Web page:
A Conversation With Harris & Seldon (Occasional Paper, 116) by Ralph Harris, Arthur Seldon

By Ralph Harris, Arthur Seldon

From the mid Fifties to the past due Nineteen Eighties, Ralph Harris and Arthur Seldon, as common director and editorial director respectively of the IEA, battled opposed to a traditional knowledge which used to be antagonistic to markets. ultimately, by means of strength of argument, they overcame a lot of the resistance to industry principles, and within the approach validated the Institute's bold impact in shaping either opinion and coverage. This Occasional Paper starts off with a transcript of a talk with Harris and Seldon which gives many insights into how they labored and what stumbling blocks they encountered. 8 amazing students, each one accustomed to the paintings of the Institute, then offer commentaries which investigate its impact on pondering and the problem to executive which it constituted through the Harris/Seldon years.

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Sample text

It does more things than it was authorised to do by the voters. And not least, once it’s in, it stays too long. The welfare state goes on and on, whatever the circumstances. It is impossible to make government accept the logic of their function, that at the most they have been called for a short time, to do little, and get the hell out of 49 a c o n v e r sat i o n w i t h h a r r i s a n d s e l d o n it. But they don’t, and this is the lesson. This lesson we have yet to learn. RH: Arthur and I both had experience of living through the Second World War, a nation at war.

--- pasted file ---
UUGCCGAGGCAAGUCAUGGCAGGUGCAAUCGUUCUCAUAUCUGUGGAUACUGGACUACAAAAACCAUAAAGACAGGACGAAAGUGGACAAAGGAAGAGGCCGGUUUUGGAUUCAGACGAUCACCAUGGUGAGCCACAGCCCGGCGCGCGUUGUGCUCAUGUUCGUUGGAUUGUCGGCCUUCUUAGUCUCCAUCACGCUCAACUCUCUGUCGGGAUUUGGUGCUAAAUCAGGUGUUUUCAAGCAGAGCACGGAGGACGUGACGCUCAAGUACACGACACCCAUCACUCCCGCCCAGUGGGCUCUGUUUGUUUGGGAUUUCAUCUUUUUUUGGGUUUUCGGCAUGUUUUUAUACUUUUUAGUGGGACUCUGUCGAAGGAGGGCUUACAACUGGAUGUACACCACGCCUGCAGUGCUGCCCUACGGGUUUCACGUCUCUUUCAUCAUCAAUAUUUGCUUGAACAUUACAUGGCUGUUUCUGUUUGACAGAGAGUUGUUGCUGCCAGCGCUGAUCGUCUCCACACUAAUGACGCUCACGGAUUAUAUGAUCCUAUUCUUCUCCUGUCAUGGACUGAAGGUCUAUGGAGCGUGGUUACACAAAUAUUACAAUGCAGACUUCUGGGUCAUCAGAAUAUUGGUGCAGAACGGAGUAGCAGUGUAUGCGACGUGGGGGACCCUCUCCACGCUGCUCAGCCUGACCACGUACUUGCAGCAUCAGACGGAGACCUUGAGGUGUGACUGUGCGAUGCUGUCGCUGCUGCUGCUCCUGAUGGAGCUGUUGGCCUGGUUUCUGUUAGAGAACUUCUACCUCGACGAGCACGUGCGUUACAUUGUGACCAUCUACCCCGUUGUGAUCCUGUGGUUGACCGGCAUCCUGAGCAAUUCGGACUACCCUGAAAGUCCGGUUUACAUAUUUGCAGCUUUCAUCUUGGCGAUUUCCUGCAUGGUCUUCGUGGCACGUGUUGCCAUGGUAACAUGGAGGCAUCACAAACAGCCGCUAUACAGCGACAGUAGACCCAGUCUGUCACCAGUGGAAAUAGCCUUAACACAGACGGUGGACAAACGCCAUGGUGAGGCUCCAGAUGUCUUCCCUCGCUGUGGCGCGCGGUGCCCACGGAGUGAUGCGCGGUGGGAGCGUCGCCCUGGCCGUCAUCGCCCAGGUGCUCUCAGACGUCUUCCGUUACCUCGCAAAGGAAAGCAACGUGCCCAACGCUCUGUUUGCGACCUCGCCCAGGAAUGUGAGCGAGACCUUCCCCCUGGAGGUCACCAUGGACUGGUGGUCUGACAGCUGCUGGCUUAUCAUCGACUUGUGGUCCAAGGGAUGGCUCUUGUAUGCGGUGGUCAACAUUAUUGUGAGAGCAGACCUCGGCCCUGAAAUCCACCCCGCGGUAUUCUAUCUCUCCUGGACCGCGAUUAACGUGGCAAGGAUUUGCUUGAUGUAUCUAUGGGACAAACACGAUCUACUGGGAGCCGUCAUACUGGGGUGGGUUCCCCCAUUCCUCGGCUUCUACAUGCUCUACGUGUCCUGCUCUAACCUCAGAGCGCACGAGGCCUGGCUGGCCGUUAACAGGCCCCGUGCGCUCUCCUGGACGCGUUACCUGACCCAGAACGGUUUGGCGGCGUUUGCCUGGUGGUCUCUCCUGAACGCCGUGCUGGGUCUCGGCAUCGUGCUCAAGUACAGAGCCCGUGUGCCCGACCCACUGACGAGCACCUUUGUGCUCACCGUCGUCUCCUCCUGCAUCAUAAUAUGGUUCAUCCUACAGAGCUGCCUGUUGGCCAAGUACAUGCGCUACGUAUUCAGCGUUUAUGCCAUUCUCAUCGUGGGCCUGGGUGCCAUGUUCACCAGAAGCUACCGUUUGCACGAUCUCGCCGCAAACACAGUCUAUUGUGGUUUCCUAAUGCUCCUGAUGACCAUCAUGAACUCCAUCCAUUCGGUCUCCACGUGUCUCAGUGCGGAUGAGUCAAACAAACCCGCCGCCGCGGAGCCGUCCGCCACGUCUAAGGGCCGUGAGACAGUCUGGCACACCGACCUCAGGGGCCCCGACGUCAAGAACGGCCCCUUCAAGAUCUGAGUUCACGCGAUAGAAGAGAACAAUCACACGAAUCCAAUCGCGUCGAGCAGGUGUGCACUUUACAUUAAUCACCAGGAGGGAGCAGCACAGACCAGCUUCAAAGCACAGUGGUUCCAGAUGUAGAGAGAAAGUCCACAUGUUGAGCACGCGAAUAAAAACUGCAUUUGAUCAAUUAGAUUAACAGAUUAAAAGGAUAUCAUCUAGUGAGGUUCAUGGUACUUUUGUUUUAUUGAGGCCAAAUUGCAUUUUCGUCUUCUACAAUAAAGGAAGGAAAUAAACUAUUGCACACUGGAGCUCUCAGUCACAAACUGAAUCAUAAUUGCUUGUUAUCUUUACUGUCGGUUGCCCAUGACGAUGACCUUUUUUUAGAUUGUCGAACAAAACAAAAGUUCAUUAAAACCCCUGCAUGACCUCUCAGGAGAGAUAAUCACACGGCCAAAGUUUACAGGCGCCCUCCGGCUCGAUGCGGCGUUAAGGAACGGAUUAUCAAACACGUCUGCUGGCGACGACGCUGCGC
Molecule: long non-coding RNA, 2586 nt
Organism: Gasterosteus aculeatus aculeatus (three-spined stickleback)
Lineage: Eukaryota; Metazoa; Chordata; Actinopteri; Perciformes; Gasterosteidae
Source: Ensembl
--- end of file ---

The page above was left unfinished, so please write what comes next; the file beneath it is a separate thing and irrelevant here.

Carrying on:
Since then there are another three or more, established mostly in the mid 1970s. Overseas also it surprised me that it seemed to take a fair time before someone said, ‘Look, we ought to have an IEA here’, wherever ‘here’ was. And that I can’t explain. RH: I have explained it. Forgive me, I have explained it. The particular ingredient you require is academic something, business something and finance, and you would get one or even two of these, but not three. AS: Once we started we needed some years in order to make our work widely known and accepted, and then it was easier, I think, to raise funds.

But when after that we began to go around a lot of countries, Fisher and I went round Europe. We went to Germany, to France, to Spain, to Italy, to Switzerland, to try and create an IEA, not as a sub-office of ours – we didn’t want anything to do with it – but to bring people together. We could find academics, 44 t h e c o n v e r s at i o n but we couldn’t find people like me who would reliably dig their heels in and get an office and money going. There were no entrepreneurs. Whereas there is a tradition here of businesses supporting education, university and academic things, there doesn’t seem to be that kind of tradition elsewhere.

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